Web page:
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'He'd move hell or high water to get to this one' - the Derry family links for Leitrim player

Shane Quinn plays for Leitrim in the Division 4 final on Saturday.

Leitrim defender Shane Quinn.
Leitrim defender Shane Quinn.
Image: Laszlo Geczo/INPHO

SATURDAY AFTERNOON’S DIVISION Four final is very much a family affair for Leitrim defender Shane Quinn.

Son of former Ridge County star Mickey Quinn, who played on the last Leitrim team to secure promotion almost 30 years ago, the Mohill man’s mother hails from Coleraine.

So, on the Westerners’ first Croke Park appearance since 2006, it just had to be Derry, the place where Quinn spent spells of his childhood, who provide the opposition.

Whatever ice that existed, Quinn admits, was broken when the teams met in round six of the league, a game which saw the Oak Leafers prevail on a seven-point margin.

Meetings of the counties haven’t been all that common, hence his Derry-based grandfather had it earmarked from the fixtures’ release, only for illness to rule him out of attending. But nothing will keep him away from their second, more-important duel, though.

“He’d move hell or high water to get to this one,” Quinn quips.

Shane Quinn and Ronan Holcroft Leitrim's Shane Quinn and Ronan Holcroft of Louth during last summer's All-Ireland qualifier in Carrick-on-Shannon. Source: Evan Logan/INPHO

“Once the fixtures came out and we were playing Derry in Derry, he was on to me straight away; ringing the house. He was telling me the ins and outs of Derry and trying to organise a photo of the two of us before the game, getting on to the County Board to see if I could get released for it before the game.

“Unfortunately, he couldn’t make the match because he was ill and in hospital that weekend, but he’s been ringing looking for a Leitrim jacket off my mother and is still trying to organise a picture of the two of us before the game.

“He said he’d be cheering Derry, but he’d be happy to see Leitrim win!

“I think it’s great that there is a family feel to it, it’s what the GAA is all about, isn’t it?”

An integral member of the Leitrim U21 team that reached the 2014 Connacht final, beating Galway in the last four, Quinn’s inter-county career hasn’t been lush with success, and had they not pulled through against New York in last year’s championship opener, he feels it would have been “completely disastrous”. There’d have been no promotions, Croke Park, or, in all likelihood, Terry Hyland as manager.

Terry Hyland Leitrim manager Terry Hyland with his players before January's clash with Mayo. Source: James Crombie/INPHO

He speaks highly of the Cavan man, of the impact he’s made and professionalism that’s been implemented. Although, having escaped The Big Apple with their blushes spared, Quinn reckons confidence began to grow, with a subsequent win over Louth and close contest with Monaghan sewing seeds of belief.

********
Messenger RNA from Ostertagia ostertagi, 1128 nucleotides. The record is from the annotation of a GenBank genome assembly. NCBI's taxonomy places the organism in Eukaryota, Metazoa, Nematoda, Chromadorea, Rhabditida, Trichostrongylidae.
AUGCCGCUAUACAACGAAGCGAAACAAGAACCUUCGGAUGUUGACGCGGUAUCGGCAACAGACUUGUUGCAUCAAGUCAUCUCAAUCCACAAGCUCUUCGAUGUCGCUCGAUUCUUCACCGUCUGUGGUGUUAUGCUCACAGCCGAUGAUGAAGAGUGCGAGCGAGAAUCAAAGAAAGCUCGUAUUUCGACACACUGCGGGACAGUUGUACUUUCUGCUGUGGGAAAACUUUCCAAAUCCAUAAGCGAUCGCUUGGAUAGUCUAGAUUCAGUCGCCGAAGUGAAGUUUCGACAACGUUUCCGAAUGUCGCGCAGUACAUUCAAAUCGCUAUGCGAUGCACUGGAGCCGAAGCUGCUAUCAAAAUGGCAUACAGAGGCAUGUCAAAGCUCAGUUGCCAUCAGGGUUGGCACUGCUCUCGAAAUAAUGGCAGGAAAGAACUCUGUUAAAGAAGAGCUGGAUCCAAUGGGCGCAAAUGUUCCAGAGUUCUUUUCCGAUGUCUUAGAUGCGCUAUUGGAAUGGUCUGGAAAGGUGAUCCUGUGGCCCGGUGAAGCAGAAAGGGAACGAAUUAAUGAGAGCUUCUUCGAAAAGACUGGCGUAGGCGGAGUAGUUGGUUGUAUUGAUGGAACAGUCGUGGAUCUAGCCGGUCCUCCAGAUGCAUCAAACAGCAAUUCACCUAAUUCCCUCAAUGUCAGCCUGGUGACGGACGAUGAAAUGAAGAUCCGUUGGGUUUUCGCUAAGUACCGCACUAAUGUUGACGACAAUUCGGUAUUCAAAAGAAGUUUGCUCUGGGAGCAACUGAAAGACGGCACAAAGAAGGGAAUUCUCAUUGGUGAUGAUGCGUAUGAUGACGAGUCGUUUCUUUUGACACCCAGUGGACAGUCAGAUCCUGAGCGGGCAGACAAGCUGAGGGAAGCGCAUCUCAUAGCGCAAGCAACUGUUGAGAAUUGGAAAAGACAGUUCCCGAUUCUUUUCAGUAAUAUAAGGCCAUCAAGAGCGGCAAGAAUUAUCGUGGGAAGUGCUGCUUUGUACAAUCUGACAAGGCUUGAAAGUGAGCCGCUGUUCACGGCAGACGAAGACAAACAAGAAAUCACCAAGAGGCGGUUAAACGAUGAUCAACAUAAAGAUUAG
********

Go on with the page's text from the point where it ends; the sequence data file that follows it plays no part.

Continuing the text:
“Terry was coming into a confident camp that had a couple of results last year and had a trip out to New York that brought us closer together.

“But he’s brought great experience to it, he’s done it before, he’s brought Cavan all the way up from underage and through the divisions.

“And we wanted, at the start of the year, to play at Croke Park, we’re sick of watching Roscommon and these teams go up and play in it, but it wasn’t just to play there, it was about gaining promotion and winning the league.

“It’s difficult to put into words what it means to Leitrim. We went up a couple of weeks ago to Croke Park to take a look around and familiarise ourselves with the set-up and surroundings.

“For a small county, to get up there, it doesn’t happen too often. But it’s about making it count when we get up there and making sure, one: we get back there another day, and two: to inspire the younger generation. If you’re 10 years of age, it’s [getting to Croke Park] why you play.”

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Neil Collins with Shane Quinn Shane Quinn, Leitrim, tackles New York's Neil Collins during last year's Connacht Championship match. Source: Andy Marlin/INPHO

Indeed, the excitement he alludes to is palpable.

“The mood around the county is a breath of fresh air, but it’s what the supporters deserve, they deserve more days out like these, with weeks and months of excitement and thrills; not just winning a couple of games here and there and being beaten out the gate in the championship.

“Chatting to a few lads going up from my own club, they’ve been planning this for a couple of weeks, they’ve the train booked for half-seven in the morning. The buzz around the place, you’ve people that you’ve never really spoken to coming up, chatting to you about the game and giving you a big hug.

“It’s what the county needed because it’s been in a bad place this last couple of years and we’re lucky enough to be the team that’s raising the spirits.

“We’ve people going to games that you would never see at a club match, which is great too, the bandwagon is fairly rolling.”

Quinn is looking forward to his Croke Park bow, a feat which will silence his sisters, Emma and Talitta, whose participation at HQ in Cumann na mBunscol matches has proven to be a source of slagging over the years.

“They haven’t let me live it down…”

It also remains to be seen if Quinn and his grandfather will get their pre-match photo, although a post-game snap embellished by silverware would certainly make for a better sight.

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